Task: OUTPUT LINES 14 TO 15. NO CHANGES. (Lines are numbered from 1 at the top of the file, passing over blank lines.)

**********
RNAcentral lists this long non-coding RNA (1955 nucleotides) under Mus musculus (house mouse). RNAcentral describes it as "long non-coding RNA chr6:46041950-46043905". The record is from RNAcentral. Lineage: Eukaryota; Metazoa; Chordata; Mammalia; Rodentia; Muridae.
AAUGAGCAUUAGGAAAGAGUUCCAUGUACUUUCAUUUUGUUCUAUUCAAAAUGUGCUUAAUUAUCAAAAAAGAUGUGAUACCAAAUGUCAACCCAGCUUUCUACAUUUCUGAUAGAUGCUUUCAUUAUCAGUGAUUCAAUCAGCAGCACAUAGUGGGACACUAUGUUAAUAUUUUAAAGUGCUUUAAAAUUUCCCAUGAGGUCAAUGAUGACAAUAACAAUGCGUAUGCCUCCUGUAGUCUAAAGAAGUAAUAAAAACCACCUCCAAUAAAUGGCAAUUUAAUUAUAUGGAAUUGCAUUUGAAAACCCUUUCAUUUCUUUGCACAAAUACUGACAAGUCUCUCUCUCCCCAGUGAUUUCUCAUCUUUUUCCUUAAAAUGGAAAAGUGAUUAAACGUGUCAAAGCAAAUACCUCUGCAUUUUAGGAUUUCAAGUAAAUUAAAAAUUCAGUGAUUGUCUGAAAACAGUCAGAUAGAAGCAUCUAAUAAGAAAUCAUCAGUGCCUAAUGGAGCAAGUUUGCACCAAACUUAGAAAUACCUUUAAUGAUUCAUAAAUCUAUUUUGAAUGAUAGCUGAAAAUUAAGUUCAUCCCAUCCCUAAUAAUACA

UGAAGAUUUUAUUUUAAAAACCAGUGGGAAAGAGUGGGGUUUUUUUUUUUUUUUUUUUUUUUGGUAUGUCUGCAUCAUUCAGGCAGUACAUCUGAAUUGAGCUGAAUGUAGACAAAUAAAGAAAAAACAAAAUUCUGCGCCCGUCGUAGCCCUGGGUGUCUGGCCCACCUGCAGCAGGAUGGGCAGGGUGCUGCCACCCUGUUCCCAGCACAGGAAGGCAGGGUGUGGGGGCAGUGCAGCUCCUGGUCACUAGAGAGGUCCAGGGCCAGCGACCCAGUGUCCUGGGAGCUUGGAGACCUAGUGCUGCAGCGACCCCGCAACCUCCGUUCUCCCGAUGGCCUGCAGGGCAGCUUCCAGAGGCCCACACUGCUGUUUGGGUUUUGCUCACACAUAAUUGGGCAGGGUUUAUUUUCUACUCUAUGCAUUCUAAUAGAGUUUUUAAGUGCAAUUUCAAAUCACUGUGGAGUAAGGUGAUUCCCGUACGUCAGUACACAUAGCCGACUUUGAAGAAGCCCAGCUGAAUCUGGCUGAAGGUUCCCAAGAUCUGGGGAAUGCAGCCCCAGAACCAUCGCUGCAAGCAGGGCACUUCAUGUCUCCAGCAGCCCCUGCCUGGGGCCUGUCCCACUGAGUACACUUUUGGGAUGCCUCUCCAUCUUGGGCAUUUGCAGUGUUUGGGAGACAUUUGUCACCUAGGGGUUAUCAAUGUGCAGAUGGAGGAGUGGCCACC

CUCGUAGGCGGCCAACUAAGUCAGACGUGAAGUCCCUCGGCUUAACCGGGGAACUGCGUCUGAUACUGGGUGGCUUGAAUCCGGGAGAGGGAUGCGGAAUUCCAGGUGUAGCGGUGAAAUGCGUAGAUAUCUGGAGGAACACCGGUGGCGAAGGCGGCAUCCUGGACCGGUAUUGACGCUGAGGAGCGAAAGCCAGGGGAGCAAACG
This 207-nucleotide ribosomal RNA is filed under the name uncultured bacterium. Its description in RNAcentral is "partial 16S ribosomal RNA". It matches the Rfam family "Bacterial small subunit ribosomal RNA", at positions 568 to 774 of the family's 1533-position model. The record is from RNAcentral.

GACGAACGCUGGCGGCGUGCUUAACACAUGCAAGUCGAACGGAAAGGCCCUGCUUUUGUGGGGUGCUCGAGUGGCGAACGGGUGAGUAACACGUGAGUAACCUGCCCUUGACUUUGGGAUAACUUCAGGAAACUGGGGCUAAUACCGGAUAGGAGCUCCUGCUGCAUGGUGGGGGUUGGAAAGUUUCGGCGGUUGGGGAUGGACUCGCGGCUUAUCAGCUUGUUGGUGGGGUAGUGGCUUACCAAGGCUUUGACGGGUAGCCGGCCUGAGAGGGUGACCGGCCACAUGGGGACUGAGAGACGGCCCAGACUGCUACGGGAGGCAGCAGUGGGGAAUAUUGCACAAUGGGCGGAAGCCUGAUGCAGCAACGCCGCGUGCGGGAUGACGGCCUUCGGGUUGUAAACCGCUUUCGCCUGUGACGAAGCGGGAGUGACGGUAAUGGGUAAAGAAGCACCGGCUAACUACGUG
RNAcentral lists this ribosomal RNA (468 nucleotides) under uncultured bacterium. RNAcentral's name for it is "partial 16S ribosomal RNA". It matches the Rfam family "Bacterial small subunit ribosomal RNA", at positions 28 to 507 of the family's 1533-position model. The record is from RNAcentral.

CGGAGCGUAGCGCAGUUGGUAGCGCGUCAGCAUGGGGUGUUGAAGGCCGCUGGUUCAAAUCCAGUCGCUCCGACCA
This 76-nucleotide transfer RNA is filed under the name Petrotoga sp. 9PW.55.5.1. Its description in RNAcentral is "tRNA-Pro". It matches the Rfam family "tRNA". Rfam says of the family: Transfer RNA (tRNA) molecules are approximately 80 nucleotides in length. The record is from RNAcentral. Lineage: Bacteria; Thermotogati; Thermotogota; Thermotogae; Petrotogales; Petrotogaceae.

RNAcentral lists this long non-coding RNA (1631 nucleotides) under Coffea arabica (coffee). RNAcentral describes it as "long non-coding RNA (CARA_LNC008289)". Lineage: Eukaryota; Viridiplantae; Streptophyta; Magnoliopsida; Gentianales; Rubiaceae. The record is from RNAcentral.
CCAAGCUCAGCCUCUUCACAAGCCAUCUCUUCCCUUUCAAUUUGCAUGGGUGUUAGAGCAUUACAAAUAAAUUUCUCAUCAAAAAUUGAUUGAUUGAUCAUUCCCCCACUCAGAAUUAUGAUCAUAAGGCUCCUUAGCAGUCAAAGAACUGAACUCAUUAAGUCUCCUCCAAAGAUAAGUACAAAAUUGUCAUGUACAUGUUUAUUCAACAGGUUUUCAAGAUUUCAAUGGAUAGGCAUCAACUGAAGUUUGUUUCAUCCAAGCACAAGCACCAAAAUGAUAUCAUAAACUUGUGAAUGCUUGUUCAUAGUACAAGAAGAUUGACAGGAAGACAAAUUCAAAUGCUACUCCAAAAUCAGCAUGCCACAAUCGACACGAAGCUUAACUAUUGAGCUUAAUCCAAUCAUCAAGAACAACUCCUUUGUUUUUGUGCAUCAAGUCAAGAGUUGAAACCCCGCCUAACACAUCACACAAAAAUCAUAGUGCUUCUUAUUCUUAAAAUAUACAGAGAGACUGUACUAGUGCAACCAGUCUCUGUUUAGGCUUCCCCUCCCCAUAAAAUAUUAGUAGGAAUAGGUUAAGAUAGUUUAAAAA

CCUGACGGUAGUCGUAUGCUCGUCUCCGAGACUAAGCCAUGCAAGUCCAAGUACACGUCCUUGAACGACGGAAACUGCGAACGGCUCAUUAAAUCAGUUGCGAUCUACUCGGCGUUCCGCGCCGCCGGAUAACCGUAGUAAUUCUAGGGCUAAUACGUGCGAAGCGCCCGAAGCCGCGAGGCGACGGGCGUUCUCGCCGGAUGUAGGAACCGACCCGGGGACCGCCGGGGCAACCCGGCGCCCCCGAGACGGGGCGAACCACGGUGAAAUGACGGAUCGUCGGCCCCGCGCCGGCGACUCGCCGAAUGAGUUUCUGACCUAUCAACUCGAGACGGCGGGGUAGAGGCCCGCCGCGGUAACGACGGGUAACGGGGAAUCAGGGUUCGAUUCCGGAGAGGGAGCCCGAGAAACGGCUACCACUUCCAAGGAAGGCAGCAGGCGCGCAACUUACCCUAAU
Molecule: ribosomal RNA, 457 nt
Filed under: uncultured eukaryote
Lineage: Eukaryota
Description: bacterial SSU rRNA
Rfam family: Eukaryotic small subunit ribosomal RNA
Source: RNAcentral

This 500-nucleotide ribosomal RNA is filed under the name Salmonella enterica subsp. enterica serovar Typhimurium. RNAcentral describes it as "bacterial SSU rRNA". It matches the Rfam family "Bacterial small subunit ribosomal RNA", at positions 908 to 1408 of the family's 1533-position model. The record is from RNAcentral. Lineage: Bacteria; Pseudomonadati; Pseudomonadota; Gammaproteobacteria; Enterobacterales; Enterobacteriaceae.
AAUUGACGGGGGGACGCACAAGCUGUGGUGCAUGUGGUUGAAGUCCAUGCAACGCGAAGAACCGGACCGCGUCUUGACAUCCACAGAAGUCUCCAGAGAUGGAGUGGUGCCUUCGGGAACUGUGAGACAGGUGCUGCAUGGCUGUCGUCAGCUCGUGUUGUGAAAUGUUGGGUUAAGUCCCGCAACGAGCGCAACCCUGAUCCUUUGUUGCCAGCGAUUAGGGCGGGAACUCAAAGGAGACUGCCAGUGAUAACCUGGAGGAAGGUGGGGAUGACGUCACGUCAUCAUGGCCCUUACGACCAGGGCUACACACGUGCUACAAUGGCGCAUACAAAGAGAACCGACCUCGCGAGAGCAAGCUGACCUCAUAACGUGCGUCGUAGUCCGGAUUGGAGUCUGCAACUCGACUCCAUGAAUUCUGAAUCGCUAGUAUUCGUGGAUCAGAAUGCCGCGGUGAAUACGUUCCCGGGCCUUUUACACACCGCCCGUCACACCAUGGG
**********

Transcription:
Filed under: uncultured eukaryote
Lineage: Eukaryota